[0091] As described above, in case where the materials of the shield and the diaphragm are transparent to the infrared light, the infrared absorbing film is essential in order to absorb the infrared light by the interference effect and are formed on the infrared incident surfaces of the shield and the diaphragm. On the other hand, in case where each of the shield and the diaphragm is made of a material absorbing the infrared light, the infrared absorbing film need not necessarily be formed. Generally, however, the materials of the shield and the diaphragms do not absorb all of the infrared light. Therefore, it may be advisable to form the infrared absorbing film.

[0092] In the foregoing description, the infrared absorbing film is formed on the infrared incident surfaces of the shield and the diaphragm. As regards the shield, the infrared absorbing film may be formed on the other surface opposite to the infrared incident surface. With this structure, the above-mentioned step of forming and removing the etch stopper metal thin film is unnecessary.

[0093] Next referring to FIGS. 12 through 14, description will be made of a series of steps in this embodiment following the step in FIG. 8.

[0094] In a first step following the step in FIG. 8, in order to form the thermal isolation structure in which the diaphragm 5 is supported by the beams 6 to be afloat from the silicon substrate 1 , the second, the third, and the fourth dielectric protective films 8 a, 8 b, and 8 c illustrated in FIG. 8 are collectively patterned to form the first slit 20 a and the boundary slit 20 b. The first slit 20 a serves as a gap between the diaphragm 5 and each of the beams 6 in a single pixel and the boundary slit 20 b serves as a gap between the beams 6 in adjacent pixels.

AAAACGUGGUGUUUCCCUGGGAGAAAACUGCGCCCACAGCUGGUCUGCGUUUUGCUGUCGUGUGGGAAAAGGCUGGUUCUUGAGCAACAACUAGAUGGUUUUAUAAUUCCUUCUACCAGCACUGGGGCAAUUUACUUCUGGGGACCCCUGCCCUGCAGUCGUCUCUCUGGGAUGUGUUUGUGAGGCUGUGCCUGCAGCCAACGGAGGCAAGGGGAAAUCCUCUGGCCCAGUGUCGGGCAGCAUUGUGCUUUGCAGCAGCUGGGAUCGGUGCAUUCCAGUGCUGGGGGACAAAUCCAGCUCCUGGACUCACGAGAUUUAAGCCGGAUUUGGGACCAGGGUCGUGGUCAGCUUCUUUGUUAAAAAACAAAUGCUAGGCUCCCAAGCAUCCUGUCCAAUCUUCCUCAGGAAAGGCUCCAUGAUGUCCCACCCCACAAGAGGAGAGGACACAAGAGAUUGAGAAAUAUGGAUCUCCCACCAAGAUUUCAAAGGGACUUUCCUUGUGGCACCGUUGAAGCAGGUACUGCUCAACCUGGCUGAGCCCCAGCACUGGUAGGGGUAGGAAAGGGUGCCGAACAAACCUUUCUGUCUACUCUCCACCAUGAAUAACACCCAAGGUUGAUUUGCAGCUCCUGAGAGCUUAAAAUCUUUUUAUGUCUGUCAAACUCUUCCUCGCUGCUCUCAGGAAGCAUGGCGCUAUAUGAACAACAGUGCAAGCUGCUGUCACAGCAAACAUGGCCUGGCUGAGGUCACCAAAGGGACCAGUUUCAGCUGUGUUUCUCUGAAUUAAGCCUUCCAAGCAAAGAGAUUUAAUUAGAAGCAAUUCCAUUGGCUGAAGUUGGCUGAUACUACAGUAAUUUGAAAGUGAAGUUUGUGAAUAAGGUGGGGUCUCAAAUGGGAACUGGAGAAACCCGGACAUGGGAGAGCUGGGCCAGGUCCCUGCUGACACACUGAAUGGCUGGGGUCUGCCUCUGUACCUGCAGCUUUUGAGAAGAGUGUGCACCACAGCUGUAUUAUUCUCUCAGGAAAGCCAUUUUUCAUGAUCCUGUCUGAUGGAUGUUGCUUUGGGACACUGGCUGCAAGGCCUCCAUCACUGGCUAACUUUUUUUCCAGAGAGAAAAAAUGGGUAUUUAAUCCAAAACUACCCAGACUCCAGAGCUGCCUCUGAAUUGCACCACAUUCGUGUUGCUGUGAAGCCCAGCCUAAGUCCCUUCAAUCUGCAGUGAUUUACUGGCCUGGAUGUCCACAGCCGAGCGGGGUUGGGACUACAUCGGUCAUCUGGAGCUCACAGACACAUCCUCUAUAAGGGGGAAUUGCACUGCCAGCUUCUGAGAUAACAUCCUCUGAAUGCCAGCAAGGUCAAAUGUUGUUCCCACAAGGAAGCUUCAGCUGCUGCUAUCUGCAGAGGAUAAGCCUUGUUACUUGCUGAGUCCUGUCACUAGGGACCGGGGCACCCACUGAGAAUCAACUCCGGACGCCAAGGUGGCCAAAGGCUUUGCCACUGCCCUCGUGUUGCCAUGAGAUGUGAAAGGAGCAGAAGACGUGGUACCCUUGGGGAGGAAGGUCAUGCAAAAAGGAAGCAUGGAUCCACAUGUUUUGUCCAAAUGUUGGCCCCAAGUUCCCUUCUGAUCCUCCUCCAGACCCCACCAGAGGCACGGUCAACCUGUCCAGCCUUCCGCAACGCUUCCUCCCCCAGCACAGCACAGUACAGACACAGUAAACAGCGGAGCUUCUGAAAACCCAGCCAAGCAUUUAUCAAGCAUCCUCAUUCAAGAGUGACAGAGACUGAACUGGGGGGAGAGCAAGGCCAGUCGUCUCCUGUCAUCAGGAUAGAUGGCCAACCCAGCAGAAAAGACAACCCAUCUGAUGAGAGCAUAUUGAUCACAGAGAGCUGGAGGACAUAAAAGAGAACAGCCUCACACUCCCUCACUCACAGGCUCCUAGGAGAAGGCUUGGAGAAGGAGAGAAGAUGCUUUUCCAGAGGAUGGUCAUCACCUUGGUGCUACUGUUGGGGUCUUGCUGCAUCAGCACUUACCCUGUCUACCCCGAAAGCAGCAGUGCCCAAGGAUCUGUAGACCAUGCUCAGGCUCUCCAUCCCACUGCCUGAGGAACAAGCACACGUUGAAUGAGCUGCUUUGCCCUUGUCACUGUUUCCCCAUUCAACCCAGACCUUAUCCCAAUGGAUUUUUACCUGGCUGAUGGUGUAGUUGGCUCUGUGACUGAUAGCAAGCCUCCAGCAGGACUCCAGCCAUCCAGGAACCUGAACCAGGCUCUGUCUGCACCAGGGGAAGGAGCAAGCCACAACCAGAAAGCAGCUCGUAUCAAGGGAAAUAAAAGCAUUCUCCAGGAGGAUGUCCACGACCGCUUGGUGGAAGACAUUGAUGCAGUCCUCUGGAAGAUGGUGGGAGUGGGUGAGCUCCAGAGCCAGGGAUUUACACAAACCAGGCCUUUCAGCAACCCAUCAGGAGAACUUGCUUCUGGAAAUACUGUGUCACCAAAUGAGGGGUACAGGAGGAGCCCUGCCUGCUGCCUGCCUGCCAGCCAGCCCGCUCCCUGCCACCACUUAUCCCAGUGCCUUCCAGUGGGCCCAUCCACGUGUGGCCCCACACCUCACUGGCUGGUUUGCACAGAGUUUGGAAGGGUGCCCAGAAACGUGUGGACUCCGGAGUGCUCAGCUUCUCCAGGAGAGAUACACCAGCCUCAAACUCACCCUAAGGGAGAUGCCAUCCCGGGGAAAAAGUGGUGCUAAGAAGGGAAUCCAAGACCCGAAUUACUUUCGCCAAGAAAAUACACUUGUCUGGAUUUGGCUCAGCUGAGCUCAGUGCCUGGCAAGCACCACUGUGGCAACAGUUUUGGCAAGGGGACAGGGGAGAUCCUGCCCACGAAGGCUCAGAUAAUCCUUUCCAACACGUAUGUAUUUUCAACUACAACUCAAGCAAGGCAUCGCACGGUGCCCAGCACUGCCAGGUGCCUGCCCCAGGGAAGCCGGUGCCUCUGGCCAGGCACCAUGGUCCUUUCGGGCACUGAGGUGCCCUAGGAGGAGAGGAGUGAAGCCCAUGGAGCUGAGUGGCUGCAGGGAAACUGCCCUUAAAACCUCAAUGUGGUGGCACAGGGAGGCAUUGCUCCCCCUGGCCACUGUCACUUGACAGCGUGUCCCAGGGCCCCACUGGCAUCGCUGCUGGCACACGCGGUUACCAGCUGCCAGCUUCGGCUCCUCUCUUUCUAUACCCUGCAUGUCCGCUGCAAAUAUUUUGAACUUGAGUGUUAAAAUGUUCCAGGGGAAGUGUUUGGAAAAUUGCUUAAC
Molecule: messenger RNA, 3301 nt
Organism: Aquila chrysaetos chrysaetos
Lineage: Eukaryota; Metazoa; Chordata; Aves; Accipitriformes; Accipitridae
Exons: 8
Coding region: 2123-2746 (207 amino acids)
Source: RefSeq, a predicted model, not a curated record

[0095] In order to form each of the first slit 20 a and the boundary slit 20 b, the exposure and development process is followed by the step of etching each of the second, the third, and the fourth dielectric protective films 8 a, 8 b, and 8 c in a slit-like shape by the use of plasma of a mixed gas of fluoroform and dioxygen. As a consequence, a polyimide surface of the first sacrificial layer 4 a is exposed at the bottom of each of the first slit 20 a and the boundary slit 20 b.

[0096] In a next step, in order to reduce the thermal capacity of the diaphragm 5 and to thereby reduce the thermal time constant, the fourth dielectric protective film 8 c is etched and reduced in thickness only in an area above the diaphragm 5, as illustrated in the figure. Specifically, a resist is formed in an area except the diaphragm 5 by a typical process of application, exposure, and development. By the use of plasma of a mixed gas of carbon tetrafluoride and dioxygen or a mixed gas of fluoroform and dioxygen, the fourth dielectric protective film 8 c is etched and removed by about 200 nm to form the fifth dielectric protective film 8 d in the area of the diaphragm 5, as illustrated in the figure.